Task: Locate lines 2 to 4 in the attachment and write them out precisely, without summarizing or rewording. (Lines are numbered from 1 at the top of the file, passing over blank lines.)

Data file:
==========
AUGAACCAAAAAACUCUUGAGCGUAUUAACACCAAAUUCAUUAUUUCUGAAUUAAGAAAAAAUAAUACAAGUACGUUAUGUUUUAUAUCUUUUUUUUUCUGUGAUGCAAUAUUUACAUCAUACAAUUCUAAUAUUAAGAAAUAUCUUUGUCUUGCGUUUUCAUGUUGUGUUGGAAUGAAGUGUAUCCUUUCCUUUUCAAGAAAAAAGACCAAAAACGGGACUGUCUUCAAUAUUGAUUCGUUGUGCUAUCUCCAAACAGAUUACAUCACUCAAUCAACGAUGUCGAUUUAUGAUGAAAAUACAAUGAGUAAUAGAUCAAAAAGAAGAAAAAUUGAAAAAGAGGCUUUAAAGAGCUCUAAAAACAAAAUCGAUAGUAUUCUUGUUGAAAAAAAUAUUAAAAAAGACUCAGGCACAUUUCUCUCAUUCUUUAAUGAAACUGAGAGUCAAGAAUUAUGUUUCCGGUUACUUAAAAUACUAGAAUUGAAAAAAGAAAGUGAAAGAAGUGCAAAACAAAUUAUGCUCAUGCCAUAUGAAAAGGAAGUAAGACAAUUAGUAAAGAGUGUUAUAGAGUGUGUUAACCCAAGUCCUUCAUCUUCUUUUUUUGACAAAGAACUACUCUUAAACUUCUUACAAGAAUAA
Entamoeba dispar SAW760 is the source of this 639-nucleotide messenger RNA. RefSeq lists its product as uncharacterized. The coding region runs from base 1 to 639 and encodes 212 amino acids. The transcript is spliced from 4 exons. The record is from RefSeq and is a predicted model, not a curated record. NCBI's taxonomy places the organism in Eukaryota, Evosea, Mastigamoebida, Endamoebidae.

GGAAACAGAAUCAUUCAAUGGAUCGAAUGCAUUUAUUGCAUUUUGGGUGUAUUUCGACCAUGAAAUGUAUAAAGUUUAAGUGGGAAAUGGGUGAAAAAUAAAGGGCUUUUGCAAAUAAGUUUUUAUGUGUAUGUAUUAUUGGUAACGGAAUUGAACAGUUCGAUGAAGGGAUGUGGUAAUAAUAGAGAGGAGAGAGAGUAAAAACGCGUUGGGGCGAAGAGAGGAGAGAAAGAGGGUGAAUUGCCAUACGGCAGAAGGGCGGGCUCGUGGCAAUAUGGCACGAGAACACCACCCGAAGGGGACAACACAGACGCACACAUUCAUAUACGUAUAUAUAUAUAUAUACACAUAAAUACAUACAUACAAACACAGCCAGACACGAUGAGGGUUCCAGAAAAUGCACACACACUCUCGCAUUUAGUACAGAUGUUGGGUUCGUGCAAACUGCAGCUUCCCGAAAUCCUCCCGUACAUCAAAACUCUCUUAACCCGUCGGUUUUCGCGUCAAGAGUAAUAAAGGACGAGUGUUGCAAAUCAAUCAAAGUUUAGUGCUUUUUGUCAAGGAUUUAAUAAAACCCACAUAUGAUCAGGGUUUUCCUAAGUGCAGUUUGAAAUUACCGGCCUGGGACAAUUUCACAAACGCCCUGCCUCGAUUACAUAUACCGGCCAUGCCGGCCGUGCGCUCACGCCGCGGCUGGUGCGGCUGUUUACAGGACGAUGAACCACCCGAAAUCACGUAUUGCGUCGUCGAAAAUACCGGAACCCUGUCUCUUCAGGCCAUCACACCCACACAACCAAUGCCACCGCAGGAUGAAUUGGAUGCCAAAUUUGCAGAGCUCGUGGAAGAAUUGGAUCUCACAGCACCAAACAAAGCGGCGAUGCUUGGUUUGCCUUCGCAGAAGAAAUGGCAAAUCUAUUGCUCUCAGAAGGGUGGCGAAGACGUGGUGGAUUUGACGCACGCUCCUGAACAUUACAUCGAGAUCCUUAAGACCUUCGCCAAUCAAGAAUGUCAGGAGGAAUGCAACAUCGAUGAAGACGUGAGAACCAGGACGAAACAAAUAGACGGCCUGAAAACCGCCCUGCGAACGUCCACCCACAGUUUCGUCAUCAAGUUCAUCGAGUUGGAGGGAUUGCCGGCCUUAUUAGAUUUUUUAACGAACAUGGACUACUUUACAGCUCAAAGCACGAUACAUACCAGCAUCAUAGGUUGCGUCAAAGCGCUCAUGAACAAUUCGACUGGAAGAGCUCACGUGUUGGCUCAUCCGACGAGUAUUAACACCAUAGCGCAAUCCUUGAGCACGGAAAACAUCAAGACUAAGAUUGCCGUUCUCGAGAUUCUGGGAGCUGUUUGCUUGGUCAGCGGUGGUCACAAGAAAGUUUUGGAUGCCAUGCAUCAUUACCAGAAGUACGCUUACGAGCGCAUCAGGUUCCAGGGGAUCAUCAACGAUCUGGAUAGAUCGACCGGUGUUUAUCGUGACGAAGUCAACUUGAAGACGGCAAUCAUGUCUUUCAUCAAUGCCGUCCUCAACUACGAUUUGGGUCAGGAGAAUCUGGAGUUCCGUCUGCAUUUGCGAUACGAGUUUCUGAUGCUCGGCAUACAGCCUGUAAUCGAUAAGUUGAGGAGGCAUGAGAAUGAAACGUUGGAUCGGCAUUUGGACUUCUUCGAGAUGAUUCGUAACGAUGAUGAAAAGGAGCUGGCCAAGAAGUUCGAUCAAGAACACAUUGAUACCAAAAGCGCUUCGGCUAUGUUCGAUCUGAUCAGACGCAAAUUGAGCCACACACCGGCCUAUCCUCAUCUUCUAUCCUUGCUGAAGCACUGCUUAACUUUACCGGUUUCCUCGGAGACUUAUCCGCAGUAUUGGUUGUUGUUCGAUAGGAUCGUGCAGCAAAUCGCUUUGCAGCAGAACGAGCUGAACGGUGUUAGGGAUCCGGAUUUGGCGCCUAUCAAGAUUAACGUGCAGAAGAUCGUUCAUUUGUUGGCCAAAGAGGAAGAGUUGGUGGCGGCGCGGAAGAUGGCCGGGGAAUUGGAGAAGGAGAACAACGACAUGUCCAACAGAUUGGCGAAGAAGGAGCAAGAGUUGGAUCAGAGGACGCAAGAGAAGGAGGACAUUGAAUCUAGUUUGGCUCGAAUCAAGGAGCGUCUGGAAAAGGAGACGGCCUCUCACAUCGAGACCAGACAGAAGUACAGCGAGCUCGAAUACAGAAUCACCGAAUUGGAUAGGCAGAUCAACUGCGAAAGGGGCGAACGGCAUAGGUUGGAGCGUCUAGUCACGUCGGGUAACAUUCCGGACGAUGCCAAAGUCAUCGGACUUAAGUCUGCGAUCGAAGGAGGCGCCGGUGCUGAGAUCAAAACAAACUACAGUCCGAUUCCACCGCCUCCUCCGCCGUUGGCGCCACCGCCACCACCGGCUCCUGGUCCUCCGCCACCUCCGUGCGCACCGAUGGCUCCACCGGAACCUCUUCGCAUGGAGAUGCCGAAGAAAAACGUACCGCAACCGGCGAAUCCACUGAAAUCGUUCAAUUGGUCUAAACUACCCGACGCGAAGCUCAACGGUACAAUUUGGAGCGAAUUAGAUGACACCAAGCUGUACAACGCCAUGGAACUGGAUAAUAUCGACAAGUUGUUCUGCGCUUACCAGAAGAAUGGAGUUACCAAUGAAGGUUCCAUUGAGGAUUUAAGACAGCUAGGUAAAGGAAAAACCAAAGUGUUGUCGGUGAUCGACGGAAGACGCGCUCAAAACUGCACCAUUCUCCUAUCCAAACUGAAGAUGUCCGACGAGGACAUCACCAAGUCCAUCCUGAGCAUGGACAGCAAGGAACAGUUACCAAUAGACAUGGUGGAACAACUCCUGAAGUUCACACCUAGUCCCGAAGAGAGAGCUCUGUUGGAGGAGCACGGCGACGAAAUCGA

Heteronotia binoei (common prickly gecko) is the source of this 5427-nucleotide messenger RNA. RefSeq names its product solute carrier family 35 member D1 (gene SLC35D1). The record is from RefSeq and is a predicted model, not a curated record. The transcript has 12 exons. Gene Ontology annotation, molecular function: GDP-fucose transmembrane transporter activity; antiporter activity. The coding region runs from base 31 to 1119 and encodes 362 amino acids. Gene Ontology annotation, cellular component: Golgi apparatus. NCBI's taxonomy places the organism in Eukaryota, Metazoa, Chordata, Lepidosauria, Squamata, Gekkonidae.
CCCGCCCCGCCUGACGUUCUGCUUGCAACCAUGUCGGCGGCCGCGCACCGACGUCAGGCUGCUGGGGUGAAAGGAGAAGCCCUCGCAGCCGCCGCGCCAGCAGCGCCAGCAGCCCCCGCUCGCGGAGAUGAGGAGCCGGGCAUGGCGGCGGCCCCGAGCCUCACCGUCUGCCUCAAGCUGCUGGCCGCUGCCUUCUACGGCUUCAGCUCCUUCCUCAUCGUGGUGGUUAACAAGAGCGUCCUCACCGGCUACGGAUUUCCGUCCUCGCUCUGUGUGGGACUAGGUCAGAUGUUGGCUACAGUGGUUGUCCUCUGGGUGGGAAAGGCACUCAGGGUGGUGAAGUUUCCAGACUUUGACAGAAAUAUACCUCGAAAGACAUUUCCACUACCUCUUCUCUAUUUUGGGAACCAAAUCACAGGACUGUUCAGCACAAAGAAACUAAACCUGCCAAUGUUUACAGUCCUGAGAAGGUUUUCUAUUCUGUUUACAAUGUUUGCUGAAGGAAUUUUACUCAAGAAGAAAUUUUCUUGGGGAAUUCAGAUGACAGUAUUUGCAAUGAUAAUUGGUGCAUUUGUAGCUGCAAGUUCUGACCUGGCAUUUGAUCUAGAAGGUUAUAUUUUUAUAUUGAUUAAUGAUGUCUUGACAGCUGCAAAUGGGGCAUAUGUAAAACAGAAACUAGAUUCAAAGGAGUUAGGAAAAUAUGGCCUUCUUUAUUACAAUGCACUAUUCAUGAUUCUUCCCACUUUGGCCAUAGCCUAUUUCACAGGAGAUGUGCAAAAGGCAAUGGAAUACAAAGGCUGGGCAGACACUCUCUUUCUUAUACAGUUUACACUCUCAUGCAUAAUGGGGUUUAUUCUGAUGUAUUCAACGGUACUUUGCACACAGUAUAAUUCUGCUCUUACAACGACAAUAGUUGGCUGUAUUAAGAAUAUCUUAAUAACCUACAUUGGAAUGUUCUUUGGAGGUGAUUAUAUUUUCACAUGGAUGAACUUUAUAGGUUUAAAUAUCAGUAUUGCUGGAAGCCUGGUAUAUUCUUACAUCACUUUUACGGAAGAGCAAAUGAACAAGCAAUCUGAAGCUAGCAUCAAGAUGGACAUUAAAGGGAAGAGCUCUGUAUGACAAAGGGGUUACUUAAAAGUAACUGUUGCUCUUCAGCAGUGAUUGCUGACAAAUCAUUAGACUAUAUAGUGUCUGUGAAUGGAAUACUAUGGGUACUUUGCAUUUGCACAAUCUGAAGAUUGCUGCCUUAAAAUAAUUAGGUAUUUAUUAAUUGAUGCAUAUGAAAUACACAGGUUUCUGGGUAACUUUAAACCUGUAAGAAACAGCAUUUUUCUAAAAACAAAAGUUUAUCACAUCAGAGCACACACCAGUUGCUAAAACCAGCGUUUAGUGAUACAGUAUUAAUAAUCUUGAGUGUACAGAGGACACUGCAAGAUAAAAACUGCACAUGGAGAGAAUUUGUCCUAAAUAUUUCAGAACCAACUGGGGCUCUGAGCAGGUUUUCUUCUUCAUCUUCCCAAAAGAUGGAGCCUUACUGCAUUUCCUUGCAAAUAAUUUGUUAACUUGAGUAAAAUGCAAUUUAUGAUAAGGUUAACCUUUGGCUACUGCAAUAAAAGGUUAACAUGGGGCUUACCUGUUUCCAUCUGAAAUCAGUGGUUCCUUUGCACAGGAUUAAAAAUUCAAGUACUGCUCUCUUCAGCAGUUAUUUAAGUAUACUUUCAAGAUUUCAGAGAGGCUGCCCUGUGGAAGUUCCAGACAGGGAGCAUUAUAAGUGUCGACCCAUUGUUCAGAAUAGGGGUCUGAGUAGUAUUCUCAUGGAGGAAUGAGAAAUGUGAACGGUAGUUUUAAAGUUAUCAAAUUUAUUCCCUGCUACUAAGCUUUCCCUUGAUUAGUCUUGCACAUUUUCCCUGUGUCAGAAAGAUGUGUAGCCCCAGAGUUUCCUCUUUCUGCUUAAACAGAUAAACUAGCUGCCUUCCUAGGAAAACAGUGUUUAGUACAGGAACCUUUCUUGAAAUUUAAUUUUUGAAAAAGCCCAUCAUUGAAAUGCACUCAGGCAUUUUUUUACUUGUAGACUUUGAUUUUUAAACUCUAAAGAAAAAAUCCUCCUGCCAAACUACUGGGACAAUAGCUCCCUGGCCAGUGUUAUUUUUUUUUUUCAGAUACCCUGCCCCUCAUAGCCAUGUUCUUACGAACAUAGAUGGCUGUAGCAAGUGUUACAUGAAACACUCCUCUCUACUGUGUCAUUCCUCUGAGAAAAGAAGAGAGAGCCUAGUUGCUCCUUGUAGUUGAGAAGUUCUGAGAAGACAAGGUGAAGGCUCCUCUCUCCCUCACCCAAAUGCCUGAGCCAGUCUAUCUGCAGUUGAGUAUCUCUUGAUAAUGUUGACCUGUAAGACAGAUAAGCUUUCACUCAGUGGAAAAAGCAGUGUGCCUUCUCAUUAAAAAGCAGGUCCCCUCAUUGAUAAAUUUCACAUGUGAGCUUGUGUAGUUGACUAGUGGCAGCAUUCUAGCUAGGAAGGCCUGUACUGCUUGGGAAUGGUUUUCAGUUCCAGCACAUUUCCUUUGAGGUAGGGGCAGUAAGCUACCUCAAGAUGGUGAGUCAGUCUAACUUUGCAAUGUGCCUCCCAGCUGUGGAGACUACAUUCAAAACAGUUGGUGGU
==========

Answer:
Entamoeba dispar SAW760 is the source of this 639-nucleotide messenger RNA. RefSeq lists its product as uncharacterized. The coding region runs from base 1 to 639 and encodes 212 amino acids. The transcript is spliced from 4 exons. The record is from RefSeq and is a predicted model, not a curated record. NCBI's taxonomy places the organism in Eukaryota, Evosea, Mastigamoebida, Endamoebidae.

GGAAACAGAAUCAUUCAAUGGAUCGAAUGCAUUUAUUGCAUUUUGGGUGUAUUUCGACCAUGAAAUGUAUAAAGUUUAAGUGGGAAAUGGGUGAAAAAUAAAGGGCUUUUGCAAAUAAGUUUUUAUGUGUAUGUAUUAUUGGUAACGGAAUUGAACAGUUCGAUGAAGGGAUGUGGUAAUAAUAGAGAGGAGAGAGAGUAAAAACGCGUUGGGGCGAAGAGAGGAGAGAAAGAGGGUGAAUUGCCAUACGGCAGAAGGGCGGGCUCGUGGCAAUAUGGCACGAGAACACCACCCGAAGGGGACAACACAGACGCACACAUUCAUAUACGUAUAUAUAUAUAUAUACACAUAAAUACAUACAUACAAACACAGCCAGACACGAUGAGGGUUCCAGAAAAUGCACACACACUCUCGCAUUUAGUACAGAUGUUGGGUUCGUGCAAACUGCAGCUUCCCGAAAUCCUCCCGUACAUCAAAACUCUCUUAACCCGUCGGUUUUCGCGUCAAGAGUAAUAAAGGACGAGUGUUGCAAAUCAAUCAAAGUUUAGUGCUUUUUGUCAAGGAUUUAAUAAAACCCACAUAUGAUCAGGGUUUUCCUAAGUGCAGUUUGAAAUUACCGGCCUGGGACAAUUUCACAAACGCCCUGCCUCGAUUACAUAUACCGGCCAUGCCGGCCGUGCGCUCACGCCGCGGCUGGUGCGGCUGUUUACAGGACGAUGAACCACCCGAAAUCACGUAUUGCGUCGUCGAAAAUACCGGAACCCUGUCUCUUCAGGCCAUCACACCCACACAACCAAUGCCACCGCAGGAUGAAUUGGAUGCCAAAUUUGCAGAGCUCGUGGAAGAAUUGGAUCUCACAGCACCAAACAAAGCGGCGAUGCUUGGUUUGCCUUCGCAGAAGAAAUGGCAAAUCUAUUGCUCUCAGAAGGGUGGCGAAGACGUGGUGGAUUUGACGCACGCUCCUGAACAUUACAUCGAGAUCCUUAAGACCUUCGCCAAUCAAGAAUGUCAGGAGGAAUGCAACAUCGAUGAAGACGUGAGAACCAGGACGAAACAAAUAGACGGCCUGAAAACCGCCCUGCGAACGUCCACCCACAGUUUCGUCAUCAAGUUCAUCGAGUUGGAGGGAUUGCCGGCCUUAUUAGAUUUUUUAACGAACAUGGACUACUUUACAGCUCAAAGCACGAUACAUACCAGCAUCAUAGGUUGCGUCAAAGCGCUCAUGAACAAUUCGACUGGAAGAGCUCACGUGUUGGCUCAUCCGACGAGUAUUAACACCAUAGCGCAAUCCUUGAGCACGGAAAACAUCAAGACUAAGAUUGCCGUUCUCGAGAUUCUGGGAGCUGUUUGCUUGGUCAGCGGUGGUCACAAGAAAGUUUUGGAUGCCAUGCAUCAUUACCAGAAGUACGCUUACGAGCGCAUCAGGUUCCAGGGGAUCAUCAACGAUCUGGAUAGAUCGACCGGUGUUUAUCGUGACGAAGUCAACUUGAAGACGGCAAUCAUGUCUUUCAUCAAUGCCGUCCUCAACUACGAUUUGGGUCAGGAGAAUCUGGAGUUCCGUCUGCAUUUGCGAUACGAGUUUCUGAUGCUCGGCAUACAGCCUGUAAUCGAUAAGUUGAGGAGGCAUGAGAAUGAAACGUUGGAUCGGCAUUUGGACUUCUUCGAGAUGAUUCGUAACGAUGAUGAAAAGGAGCUGGCCAAGAAGUUCGAUCAAGAACACAUUGAUACCAAAAGCGCUUCGGCUAUGUUCGAUCUGAUCAGACGCAAAUUGAGCCACACACCGGCCUAUCCUCAUCUUCUAUCCUUGCUGAAGCACUGCUUAACUUUACCGGUUUCCUCGGAGACUUAUCCGCAGUAUUGGUUGUUGUUCGAUAGGAUCGUGCAGCAAAUCGCUUUGCAGCAGAACGAGCUGAACGGUGUUAGGGAUCCGGAUUUGGCGCCUAUCAAGAUUAACGUGCAGAAGAUCGUUCAUUUGUUGGCCAAAGAGGAAGAGUUGGUGGCGGCGCGGAAGAUGGCCGGGGAAUUGGAGAAGGAGAACAACGACAUGUCCAACAGAUUGGCGAAGAAGGAGCAAGAGUUGGAUCAGAGGACGCAAGAGAAGGAGGACAUUGAAUCUAGUUUGGCUCGAAUCAAGGAGCGUCUGGAAAAGGAGACGGCCUCUCACAUCGAGACCAGACAGAAGUACAGCGAGCUCGAAUACAGAAUCACCGAAUUGGAUAGGCAGAUCAACUGCGAAAGGGGCGAACGGCAUAGGUUGGAGCGUCUAGUCACGUCGGGUAACAUUCCGGACGAUGCCAAAGUCAUCGGACUUAAGUCUGCGAUCGAAGGAGGCGCCGGUGCUGAGAUCAAAACAAACUACAGUCCGAUUCCACCGCCUCCUCCGCCGUUGGCGCCACCGCCACCACCGGCUCCUGGUCCUCCGCCACCUCCGUGCGCACCGAUGGCUCCACCGGAACCUCUUCGCAUGGAGAUGCCGAAGAAAAACGUACCGCAACCGGCGAAUCCACUGAAAUCGUUCAAUUGGUCUAAACUACCCGACGCGAAGCUCAACGGUACAAUUUGGAGCGAAUUAGAUGACACCAAGCUGUACAACGCCAUGGAACUGGAUAAUAUCGACAAGUUGUUCUGCGCUUACCAGAAGAAUGGAGUUACCAAUGAAGGUUCCAUUGAGGAUUUAAGACAGCUAGGUAAAGGAAAAACCAAAGUGUUGUCGGUGAUCGACGGAAGACGCGCUCAAAACUGCACCAUUCUCCUAUCCAAACUGAAGAUGUCCGACGAGGACAUCACCAAGUCCAUCCUGAGCAUGGACAGCAAGGAACAGUUACCAAUAGACAUGGUGGAACAACUCCUGAAGUUCACACCUAGUCCCGAAGAGAGAGCUCUGUUGGAGGAGCACGGCGACGAAAUCGA

Heteronotia binoei (common prickly gecko) is the source of this 5427-nucleotide messenger RNA. RefSeq names its product solute carrier family 35 member D1 (gene SLC35D1). The record is from RefSeq and is a predicted model, not a curated record. The transcript has 12 exons. Gene Ontology annotation, molecular function: GDP-fucose transmembrane transporter activity; antiporter activity. The coding region runs from base 31 to 1119 and encodes 362 amino acids. Gene Ontology annotation, cellular component: Golgi apparatus. NCBI's taxonomy places the organism in Eukaryota, Metazoa, Chordata, Lepidosauria, Squamata, Gekkonidae.